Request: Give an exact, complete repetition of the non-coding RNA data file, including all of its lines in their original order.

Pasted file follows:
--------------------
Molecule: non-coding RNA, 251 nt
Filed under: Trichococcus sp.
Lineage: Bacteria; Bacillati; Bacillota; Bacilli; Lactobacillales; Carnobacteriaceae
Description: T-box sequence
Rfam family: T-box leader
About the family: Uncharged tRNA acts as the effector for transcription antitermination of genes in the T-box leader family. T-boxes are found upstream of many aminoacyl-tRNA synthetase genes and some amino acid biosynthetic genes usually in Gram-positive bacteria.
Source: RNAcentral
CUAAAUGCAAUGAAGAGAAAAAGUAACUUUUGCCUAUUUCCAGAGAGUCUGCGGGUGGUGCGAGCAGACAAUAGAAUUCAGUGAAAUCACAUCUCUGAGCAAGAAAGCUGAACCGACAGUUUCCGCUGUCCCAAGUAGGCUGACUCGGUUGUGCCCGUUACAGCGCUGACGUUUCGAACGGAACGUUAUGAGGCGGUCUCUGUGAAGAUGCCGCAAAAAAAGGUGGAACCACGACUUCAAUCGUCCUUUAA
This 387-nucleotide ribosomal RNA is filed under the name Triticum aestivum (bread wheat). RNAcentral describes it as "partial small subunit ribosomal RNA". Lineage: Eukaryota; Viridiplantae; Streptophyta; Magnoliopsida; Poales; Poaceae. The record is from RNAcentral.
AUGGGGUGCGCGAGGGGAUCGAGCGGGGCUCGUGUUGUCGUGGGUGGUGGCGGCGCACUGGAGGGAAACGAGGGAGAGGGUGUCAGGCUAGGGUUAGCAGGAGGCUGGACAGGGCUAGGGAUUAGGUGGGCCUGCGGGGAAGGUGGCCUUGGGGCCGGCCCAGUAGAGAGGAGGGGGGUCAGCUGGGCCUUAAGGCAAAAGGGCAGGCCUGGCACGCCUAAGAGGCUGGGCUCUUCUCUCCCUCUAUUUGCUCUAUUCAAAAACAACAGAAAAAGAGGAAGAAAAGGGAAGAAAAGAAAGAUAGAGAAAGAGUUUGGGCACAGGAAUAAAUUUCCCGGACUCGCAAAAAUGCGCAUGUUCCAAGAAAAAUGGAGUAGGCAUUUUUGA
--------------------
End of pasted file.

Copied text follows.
Molecule: non-coding RNA, 251 nt
Filed under: Trichococcus sp.
Lineage: Bacteria; Bacillati; Bacillota; Bacilli; Lactobacillales; Carnobacteriaceae
Description: T-box sequence
Rfam family: T-box leader
About the family: Uncharged tRNA acts as the effector for transcription antitermination of genes in the T-box leader family. T-boxes are found upstream of many aminoacyl-tRNA synthetase genes and some amino acid biosynthetic genes usually in Gram-positive bacteria.
Source: RNAcentral
CUAAAUGCAAUGAAGAGAAAAAGUAACUUUUGCCUAUUUCCAGAGAGUCUGCGGGUGGUGCGAGCAGACAAUAGAAUUCAGUGAAAUCACAUCUCUGAGCAAGAAAGCUGAACCGACAGUUUCCGCUGUCCCAAGUAGGCUGACUCGGUUGUGCCCGUUACAGCGCUGACGUUUCGAACGGAACGUUAUGAGGCGGUCUCUGUGAAGAUGCCGCAAAAAAAGGUGGAACCACGACUUCAAUCGUCCUUUAA
This 387-nucleotide ribosomal RNA is filed under the name Triticum aestivum (bread wheat). RNAcentral describes it as "partial small subunit ribosomal RNA". Lineage: Eukaryota; Viridiplantae; Streptophyta; Magnoliopsida; Poales; Poaceae. The record is from RNAcentral.
AUGGGGUGCGCGAGGGGAUCGAGCGGGGCUCGUGUUGUCGUGGGUGGUGGCGGCGCACUGGAGGGAAACGAGGGAGAGGGUGUCAGGCUAGGGUUAGCAGGAGGCUGGACAGGGCUAGGGAUUAGGUGGGCCUGCGGGGAAGGUGGCCUUGGGGCCGGCCCAGUAGAGAGGAGGGGGGUCAGCUGGGCCUUAAGGCAAAAGGGCAGGCCUGGCACGCCUAAGAGGCUGGGCUCUUCUCUCCCUCUAUUUGCUCUAUUCAAAAACAACAGAAAAAGAGGAAGAAAAGGGAAGAAAAGAAAGAUAGAGAAAGAGUUUGGGCACAGGAAUAAAUUUCCCGGACUCGCAAAAAUGCGCAUGUUCCAAGAAAAAUGGAGUAGGCAUUUUUGA